Career bottomed out? Local program seeks to help people make a fresh start

When Craig and Laura Morris left for work one morning last year, they had no idea how drastically their lives would change that day. The two Qwest employees, married since 2001, had heard rumors of upcoming layoffs but were caught by surprise when it was announced that both their jobs were being relocated to Nebraska and Arizona.

"We were shell-shocked," said Laura. "Instantly 150 jobs were gone, and we were going to lose our two incomes."

A career fair led them to Seattle Central Community College's Worker Retraining Program (WRT) and the very persuasive WRT manager, Mary Lockman, who helped the couple turn a negative into a positive.

"Laura and I talked about it and realized that this was our one opportunity to start over brand new," Craig explained.

Lockman's employment specialist career includes a stint as a startup manager for Ben & Jerry's shops in Times Square, where she trained adults who had been deemed unemployable - everyone from new immigrants and the homeless, to those with chemical dependency or mental health issues. She has become an expert at what she describes as "capturing people's strengths and rerouting them."

A new start

The Morrises were both interested in the health field and, with encouragement and financial assistance provided by WRT, the couple began classes summer quarter - Laura in the surgical technology program and Craig in respiratory therapy.

"Health is a good field because you can't get outsourced," noted Laura with a laugh. "You go to the operating room, and you need someone there."

The couple typifies students served by WRT, most of whom are undergoing major, life-altering career changes.

"These are not 18-year olds trying the world on," Lockman asserted. "These are people who, in the midst of their lives, are suddenly, unexpectedly faced with a crossroads they must navigate. And it's one that they must navigate with burdens, financial and otherwise."

Worker retraining provides a funding and academic advising source that essentially retools students, through workforce education programs, to return to the job market as soon as possible. The program is offered at all Washington state community and technical colleges, and serves recent dislocated workers, displaced homemakers and consultants or small business owners who don't have the competitive skills to meet market demands.

Eligible students may receive financial assistance that could include tuition, books, bus passes, and fees. Seattle Central's WRT office also provides resume services for all WRT students as well as job search and placement assistance, and even post-grad job counseling.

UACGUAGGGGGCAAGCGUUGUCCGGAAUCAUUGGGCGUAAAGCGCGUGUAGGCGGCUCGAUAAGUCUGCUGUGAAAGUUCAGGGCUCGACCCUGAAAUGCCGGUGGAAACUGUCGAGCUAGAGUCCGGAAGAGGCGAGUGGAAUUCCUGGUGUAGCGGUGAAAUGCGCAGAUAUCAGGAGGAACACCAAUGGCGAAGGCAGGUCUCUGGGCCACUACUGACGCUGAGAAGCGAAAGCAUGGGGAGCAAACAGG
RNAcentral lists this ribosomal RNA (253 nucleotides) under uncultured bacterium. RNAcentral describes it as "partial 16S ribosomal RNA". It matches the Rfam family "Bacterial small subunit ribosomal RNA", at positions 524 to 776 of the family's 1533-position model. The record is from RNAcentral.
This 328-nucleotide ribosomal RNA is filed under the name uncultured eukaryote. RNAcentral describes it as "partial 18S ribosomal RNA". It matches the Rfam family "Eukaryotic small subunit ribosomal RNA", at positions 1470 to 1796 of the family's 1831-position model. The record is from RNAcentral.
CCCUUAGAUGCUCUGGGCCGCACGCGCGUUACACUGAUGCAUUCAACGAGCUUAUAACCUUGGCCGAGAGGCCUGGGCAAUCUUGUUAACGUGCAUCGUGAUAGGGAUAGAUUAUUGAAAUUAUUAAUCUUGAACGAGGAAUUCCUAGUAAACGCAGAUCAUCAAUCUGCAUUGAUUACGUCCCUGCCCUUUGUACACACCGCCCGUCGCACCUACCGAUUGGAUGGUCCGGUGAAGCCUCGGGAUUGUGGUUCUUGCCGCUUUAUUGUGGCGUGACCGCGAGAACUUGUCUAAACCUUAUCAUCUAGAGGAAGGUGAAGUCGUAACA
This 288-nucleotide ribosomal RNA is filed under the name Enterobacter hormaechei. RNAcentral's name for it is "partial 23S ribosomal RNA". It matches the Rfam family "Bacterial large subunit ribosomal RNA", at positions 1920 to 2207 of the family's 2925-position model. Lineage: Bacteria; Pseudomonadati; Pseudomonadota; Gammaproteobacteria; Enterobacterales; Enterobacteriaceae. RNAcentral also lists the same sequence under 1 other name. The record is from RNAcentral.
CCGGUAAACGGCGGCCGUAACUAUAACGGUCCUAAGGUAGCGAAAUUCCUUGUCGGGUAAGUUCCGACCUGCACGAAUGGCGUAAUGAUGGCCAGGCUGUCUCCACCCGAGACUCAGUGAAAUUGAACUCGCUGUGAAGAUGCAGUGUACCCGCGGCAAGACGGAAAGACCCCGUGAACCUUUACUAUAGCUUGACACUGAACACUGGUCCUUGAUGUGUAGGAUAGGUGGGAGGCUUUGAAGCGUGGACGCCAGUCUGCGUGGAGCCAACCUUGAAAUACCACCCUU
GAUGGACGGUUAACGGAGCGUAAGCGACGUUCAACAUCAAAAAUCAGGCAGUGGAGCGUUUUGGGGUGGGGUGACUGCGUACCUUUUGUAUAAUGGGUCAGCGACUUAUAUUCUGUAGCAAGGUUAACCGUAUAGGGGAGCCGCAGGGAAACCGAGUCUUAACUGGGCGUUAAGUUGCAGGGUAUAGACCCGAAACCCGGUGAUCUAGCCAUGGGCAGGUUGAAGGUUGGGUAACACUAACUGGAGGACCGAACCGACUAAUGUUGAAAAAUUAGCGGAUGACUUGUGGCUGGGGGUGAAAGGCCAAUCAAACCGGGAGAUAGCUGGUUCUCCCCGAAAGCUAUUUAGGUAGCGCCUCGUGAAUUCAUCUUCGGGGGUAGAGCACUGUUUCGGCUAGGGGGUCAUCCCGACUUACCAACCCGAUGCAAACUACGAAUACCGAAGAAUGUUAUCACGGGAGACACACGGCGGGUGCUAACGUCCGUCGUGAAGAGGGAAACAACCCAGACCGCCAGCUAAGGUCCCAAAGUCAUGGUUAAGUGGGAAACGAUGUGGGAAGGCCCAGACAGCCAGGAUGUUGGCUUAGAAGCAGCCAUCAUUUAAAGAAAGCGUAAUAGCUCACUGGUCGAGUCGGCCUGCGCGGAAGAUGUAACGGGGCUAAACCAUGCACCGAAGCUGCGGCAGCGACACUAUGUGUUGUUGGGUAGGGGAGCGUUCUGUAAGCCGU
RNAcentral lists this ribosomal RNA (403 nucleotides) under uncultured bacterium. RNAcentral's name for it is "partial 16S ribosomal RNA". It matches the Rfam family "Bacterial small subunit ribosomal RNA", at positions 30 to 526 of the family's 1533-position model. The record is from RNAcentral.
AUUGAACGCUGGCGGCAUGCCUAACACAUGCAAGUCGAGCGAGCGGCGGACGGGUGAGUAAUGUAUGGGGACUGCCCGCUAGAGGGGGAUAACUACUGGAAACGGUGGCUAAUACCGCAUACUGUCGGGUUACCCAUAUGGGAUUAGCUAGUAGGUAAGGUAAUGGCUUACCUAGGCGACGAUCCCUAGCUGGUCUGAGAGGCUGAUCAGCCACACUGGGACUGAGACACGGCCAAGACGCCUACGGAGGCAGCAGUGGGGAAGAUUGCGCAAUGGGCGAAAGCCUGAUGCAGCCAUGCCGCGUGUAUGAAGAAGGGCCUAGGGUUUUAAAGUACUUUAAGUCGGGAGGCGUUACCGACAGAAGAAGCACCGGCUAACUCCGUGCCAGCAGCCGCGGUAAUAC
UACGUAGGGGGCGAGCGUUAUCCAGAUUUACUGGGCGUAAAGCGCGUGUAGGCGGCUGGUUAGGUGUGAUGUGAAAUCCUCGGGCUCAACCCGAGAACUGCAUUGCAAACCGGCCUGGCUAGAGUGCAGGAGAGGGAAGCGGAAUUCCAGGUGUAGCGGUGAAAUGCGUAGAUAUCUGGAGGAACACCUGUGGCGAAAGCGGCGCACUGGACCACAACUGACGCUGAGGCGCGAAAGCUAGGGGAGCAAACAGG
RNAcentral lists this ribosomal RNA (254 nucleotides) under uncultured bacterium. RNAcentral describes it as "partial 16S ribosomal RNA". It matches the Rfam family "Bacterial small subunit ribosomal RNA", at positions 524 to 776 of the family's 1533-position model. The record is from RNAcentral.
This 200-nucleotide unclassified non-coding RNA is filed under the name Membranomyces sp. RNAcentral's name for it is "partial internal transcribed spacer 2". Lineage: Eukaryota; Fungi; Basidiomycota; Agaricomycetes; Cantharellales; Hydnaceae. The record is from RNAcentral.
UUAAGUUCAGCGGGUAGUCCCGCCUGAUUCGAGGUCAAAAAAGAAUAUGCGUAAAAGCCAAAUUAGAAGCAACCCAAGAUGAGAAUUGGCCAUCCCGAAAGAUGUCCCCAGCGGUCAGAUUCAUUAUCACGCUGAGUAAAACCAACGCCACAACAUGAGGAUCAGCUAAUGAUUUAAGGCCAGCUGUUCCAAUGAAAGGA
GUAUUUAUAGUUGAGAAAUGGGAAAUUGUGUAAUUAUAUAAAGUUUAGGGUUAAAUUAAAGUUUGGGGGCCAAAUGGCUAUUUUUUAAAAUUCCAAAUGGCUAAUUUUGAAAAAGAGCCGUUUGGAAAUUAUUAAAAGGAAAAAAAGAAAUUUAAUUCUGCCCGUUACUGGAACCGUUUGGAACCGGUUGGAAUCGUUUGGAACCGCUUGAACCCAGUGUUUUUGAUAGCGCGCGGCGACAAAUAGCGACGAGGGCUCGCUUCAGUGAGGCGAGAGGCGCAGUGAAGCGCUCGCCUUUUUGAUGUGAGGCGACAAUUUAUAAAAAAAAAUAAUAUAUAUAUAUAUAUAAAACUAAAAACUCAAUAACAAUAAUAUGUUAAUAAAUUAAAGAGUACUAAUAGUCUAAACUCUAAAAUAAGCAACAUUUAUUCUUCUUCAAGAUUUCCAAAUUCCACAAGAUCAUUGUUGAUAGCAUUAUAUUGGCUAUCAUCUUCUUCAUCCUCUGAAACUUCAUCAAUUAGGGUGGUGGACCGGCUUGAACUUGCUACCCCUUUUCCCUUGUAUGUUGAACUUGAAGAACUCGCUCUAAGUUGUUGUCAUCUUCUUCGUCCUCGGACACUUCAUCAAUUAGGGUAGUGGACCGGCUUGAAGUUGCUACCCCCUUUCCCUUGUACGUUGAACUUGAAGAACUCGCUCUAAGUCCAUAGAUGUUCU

And it's all done on an individual basis. More than 50 potential students are interviewed each week in the WRT office, or attend an orientation session. Students find an office staff sensitive to their circumstances, ready to offer advice, counsel, and even tissues.

"These people have been rudely interrupted in their career by a layoff or lack of skills," said Lockman. "Often they don't want to be here, but they want to pay for their mortgage, utilities, and car, and feed their children, and they recognize they need to be here in order to continue to do those things. But, they're not often aware of what it will take to put their lives back together. Maybe the industry they loved has gone away and there's a process of letting go and even grieving for that industry."

An edge in your industry

Some WRT students, like Hans Gomez, upgrade their skills within the same industry.

The former IT team manager, a victim of the dot-com crash several years ago, took classes at Seattle Central that enabled him to become more competitive in the IT market. He now heads Triple Net Technologies, a successful computer consulting company that has created a project tracking system for the United Nations in Afghanistan, trained an Afghan technical team, and won major bids for Port of Seattle projects. He appreciates Lockman's commitment to student success.

"She has a tremendous compassion for people in need and makes you feel supported no matter what," he said. "She's also a great advocate for you, not only at the school, but when you get beyond school. A lot of these students don't have anybody in their corner helping them out. She's the only one. She's a very strong presence - almost like a sister, mother figure, and coach."

The Morrises add an enthusiastic second, when Craig noted that, "She's down to earth and makes you feel comfortable," and Laura added that, "She guides you without you even knowing you're being guided."

The entire WRT staff has earned a reputation as a caring, compassionate, and competent group. Lockman, Pegi Hurd, Portia Bell, Barbara Coston, Errol Nelson, and Leona Griffith all enjoy their opportunity to positively impact students' lives.

Said Hurd, who conducts WRT orientation sessions, "It's really satisfying to know that you've erased some of the barriers that people have, like fears about being too old to return to school. It's fun to see that once they get in and start doing it, they're so happy about what they've accomplished."

If you think you might be eligible for Worker Retraining, call their office at 206 587-6310.

Candace Oehler may be reached via[[In-content Ad]]